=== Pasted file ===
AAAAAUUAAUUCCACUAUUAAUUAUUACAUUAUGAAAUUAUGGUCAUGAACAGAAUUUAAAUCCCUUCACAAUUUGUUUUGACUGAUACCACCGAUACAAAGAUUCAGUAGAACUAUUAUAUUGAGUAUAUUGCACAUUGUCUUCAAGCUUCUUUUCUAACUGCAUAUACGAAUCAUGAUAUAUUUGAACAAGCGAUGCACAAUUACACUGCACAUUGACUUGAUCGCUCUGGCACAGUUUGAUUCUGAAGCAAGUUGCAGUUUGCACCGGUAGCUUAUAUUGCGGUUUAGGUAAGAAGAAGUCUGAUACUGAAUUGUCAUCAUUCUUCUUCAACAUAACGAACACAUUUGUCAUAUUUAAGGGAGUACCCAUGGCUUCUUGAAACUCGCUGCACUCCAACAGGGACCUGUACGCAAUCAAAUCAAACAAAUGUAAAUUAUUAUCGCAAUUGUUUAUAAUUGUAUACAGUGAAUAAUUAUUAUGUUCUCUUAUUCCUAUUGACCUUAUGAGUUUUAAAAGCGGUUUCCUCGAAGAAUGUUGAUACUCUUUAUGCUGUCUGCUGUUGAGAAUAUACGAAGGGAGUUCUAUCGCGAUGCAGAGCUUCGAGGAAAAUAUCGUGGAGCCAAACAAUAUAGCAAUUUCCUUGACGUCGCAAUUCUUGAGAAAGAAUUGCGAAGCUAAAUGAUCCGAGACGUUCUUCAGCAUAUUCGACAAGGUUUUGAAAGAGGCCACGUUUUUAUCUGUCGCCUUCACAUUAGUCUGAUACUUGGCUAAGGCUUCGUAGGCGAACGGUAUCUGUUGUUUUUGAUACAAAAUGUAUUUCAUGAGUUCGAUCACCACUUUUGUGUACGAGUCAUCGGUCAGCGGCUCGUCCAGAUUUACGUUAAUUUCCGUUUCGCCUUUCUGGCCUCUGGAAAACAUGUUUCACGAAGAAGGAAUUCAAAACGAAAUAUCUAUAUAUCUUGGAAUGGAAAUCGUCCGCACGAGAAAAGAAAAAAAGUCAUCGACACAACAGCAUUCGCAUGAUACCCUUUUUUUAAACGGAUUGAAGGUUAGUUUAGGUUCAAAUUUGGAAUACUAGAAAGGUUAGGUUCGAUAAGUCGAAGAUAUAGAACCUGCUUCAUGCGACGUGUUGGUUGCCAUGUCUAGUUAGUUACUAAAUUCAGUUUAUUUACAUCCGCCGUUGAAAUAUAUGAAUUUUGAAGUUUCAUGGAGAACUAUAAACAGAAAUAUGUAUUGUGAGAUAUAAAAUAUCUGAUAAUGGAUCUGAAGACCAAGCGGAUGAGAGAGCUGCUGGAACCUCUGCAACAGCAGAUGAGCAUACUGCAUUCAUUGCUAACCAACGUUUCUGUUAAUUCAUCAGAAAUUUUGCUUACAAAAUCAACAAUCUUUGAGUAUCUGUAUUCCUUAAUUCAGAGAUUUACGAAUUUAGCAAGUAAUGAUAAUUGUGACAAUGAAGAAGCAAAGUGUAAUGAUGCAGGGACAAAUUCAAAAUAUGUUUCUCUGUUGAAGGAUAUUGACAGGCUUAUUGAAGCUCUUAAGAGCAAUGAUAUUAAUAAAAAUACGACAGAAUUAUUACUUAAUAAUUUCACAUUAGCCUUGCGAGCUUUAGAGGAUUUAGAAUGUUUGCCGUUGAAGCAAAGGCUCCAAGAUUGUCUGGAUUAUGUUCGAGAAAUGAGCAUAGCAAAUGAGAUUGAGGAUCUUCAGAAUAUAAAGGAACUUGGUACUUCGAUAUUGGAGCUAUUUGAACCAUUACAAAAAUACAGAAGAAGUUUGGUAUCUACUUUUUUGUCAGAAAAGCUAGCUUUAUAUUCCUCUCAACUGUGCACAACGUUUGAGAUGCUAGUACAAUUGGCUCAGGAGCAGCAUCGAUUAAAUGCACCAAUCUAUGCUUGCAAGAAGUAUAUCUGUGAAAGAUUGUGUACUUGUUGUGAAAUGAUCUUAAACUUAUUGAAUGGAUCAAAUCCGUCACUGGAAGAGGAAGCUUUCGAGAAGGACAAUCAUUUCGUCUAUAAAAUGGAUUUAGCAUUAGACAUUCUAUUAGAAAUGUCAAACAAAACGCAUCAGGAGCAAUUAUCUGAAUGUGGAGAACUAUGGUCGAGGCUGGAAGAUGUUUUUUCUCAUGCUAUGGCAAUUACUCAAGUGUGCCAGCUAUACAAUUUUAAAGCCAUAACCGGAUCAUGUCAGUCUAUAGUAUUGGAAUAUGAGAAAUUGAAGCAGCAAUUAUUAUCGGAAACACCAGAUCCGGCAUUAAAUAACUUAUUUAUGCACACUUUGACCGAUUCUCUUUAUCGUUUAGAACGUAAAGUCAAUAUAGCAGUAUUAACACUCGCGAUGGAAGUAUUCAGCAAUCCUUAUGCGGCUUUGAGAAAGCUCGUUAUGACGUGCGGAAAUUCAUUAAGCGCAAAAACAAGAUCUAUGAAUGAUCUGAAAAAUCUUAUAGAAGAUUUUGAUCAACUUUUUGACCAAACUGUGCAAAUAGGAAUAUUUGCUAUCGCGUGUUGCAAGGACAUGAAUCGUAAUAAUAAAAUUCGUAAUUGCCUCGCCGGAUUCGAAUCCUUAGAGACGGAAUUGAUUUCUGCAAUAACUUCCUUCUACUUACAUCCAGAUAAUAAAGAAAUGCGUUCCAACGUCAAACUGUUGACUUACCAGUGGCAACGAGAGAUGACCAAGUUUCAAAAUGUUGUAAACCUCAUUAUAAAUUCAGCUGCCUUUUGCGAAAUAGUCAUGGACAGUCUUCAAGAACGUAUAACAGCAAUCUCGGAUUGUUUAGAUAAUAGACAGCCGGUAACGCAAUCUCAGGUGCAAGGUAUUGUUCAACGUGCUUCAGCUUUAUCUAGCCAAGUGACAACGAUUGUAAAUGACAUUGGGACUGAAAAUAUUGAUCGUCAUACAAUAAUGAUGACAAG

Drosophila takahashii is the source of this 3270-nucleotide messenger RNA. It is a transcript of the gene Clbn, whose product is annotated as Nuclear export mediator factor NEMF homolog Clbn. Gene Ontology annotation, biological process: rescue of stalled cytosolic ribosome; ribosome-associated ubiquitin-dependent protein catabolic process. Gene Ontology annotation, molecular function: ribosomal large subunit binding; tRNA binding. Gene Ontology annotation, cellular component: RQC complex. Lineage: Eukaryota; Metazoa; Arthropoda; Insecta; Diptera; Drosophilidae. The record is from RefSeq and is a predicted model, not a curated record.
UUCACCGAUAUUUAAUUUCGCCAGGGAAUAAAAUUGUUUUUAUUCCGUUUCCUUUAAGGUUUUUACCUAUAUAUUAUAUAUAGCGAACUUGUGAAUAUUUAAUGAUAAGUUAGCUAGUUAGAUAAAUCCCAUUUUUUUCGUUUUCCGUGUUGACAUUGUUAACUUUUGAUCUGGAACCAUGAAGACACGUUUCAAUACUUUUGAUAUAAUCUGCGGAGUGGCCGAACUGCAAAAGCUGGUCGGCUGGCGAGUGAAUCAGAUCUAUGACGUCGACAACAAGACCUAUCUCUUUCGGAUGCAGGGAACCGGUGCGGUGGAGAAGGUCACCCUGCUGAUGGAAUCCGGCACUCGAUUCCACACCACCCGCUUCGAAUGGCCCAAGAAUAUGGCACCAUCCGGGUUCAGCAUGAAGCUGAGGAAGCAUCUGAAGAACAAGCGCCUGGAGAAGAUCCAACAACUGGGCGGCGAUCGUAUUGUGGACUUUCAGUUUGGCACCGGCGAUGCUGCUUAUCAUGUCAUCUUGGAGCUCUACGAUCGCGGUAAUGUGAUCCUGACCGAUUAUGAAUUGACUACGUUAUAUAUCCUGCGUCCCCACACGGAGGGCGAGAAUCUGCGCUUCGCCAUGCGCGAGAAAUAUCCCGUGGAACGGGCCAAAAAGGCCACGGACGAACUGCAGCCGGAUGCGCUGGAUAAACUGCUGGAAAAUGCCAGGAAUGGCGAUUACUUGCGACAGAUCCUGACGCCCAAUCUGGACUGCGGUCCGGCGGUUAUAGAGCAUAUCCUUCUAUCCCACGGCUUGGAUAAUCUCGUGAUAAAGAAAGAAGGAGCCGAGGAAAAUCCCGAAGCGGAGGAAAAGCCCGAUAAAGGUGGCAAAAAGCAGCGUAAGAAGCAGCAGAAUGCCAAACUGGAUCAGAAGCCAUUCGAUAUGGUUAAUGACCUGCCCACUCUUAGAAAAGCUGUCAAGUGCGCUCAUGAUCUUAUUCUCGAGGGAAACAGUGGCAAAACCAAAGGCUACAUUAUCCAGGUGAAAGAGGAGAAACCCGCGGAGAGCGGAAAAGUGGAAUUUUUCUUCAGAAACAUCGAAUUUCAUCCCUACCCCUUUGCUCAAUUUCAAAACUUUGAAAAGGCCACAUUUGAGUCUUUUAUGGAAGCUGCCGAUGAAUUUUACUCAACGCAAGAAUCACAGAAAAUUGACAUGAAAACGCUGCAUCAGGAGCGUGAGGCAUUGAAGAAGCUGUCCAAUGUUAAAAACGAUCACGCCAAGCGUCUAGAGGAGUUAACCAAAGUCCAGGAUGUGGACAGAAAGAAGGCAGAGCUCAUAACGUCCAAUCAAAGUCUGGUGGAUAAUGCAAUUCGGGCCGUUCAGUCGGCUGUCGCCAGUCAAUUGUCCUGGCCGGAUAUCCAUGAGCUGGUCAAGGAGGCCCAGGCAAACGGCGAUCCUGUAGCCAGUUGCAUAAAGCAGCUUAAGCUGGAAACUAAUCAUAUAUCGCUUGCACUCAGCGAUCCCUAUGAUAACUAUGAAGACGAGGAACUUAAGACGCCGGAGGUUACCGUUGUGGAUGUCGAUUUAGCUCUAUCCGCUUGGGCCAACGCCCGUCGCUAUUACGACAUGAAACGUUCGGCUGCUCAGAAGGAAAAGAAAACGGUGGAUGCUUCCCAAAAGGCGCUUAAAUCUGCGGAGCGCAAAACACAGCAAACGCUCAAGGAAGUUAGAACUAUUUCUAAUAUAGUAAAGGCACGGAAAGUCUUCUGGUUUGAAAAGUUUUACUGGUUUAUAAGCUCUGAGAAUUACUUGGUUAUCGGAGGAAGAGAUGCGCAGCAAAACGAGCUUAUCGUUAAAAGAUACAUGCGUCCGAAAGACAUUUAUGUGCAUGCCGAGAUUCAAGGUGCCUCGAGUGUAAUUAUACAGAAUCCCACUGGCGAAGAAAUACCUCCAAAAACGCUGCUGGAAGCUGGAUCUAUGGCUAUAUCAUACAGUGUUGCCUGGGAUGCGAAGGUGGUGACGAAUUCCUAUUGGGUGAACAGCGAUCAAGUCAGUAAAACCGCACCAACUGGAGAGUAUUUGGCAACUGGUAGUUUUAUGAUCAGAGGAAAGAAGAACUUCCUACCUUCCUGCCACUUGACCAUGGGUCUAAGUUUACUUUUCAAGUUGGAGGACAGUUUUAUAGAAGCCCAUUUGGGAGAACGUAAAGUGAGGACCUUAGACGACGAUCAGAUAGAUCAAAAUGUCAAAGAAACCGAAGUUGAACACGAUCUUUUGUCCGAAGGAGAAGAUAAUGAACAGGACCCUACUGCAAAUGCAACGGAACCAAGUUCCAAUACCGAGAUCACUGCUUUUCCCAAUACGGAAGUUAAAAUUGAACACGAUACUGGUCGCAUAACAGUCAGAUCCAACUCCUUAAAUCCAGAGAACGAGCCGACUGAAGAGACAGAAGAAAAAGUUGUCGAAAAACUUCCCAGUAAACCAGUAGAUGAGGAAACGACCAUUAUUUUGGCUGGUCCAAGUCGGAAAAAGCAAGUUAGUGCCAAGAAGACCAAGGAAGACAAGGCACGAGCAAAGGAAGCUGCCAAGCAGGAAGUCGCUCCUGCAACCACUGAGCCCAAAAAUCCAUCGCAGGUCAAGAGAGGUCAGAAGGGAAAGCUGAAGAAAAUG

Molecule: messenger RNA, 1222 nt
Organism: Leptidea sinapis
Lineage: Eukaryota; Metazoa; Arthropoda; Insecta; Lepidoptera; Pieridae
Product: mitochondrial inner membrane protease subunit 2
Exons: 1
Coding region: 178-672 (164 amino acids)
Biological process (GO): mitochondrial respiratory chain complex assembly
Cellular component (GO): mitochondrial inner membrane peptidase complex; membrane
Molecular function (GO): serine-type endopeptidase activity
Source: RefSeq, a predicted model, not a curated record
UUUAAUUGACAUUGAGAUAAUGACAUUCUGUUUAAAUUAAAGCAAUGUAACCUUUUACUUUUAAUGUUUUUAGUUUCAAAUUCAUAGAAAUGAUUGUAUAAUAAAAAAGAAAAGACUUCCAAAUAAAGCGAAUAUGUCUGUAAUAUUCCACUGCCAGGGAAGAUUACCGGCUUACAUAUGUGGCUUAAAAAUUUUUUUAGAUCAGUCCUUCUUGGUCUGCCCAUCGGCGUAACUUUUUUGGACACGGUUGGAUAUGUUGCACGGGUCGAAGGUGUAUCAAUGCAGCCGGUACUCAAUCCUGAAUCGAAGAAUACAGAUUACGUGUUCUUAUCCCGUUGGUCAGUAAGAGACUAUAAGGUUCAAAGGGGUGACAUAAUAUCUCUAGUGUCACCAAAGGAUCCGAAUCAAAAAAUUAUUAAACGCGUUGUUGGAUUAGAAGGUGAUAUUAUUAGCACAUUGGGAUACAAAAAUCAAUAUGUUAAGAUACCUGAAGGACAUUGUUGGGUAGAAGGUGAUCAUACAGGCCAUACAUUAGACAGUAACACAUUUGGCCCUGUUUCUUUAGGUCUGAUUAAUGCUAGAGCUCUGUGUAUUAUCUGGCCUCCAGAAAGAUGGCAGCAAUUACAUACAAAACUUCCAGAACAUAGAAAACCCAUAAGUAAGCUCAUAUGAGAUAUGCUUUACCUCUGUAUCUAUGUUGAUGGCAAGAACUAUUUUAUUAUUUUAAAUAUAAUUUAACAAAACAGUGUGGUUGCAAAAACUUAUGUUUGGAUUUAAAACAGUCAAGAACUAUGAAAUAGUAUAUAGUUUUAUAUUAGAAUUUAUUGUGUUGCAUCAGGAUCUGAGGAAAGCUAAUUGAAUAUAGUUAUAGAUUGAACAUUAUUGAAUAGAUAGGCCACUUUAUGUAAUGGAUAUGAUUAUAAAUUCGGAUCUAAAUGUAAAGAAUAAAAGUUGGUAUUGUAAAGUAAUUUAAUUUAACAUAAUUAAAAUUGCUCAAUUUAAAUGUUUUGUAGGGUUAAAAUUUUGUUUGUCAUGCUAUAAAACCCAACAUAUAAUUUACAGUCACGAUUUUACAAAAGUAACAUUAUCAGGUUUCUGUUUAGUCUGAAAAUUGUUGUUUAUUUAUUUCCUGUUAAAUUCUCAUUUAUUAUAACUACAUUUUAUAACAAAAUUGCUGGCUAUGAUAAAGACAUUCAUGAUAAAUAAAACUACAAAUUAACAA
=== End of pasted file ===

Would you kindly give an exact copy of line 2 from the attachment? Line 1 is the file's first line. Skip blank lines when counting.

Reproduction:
Drosophila takahashii is the source of this 3270-nucleotide messenger RNA. It is a transcript of the gene Clbn, whose product is annotated as Nuclear export mediator factor NEMF homolog Clbn. Gene Ontology annotation, biological process: rescue of stalled cytosolic ribosome; ribosome-associated ubiquitin-dependent protein catabolic process. Gene Ontology annotation, molecular function: ribosomal large subunit binding; tRNA binding. Gene Ontology annotation, cellular component: RQC complex. Lineage: Eukaryota; Metazoa; Arthropoda; Insecta; Diptera; Drosophilidae. The record is from RefSeq and is a predicted model, not a curated record.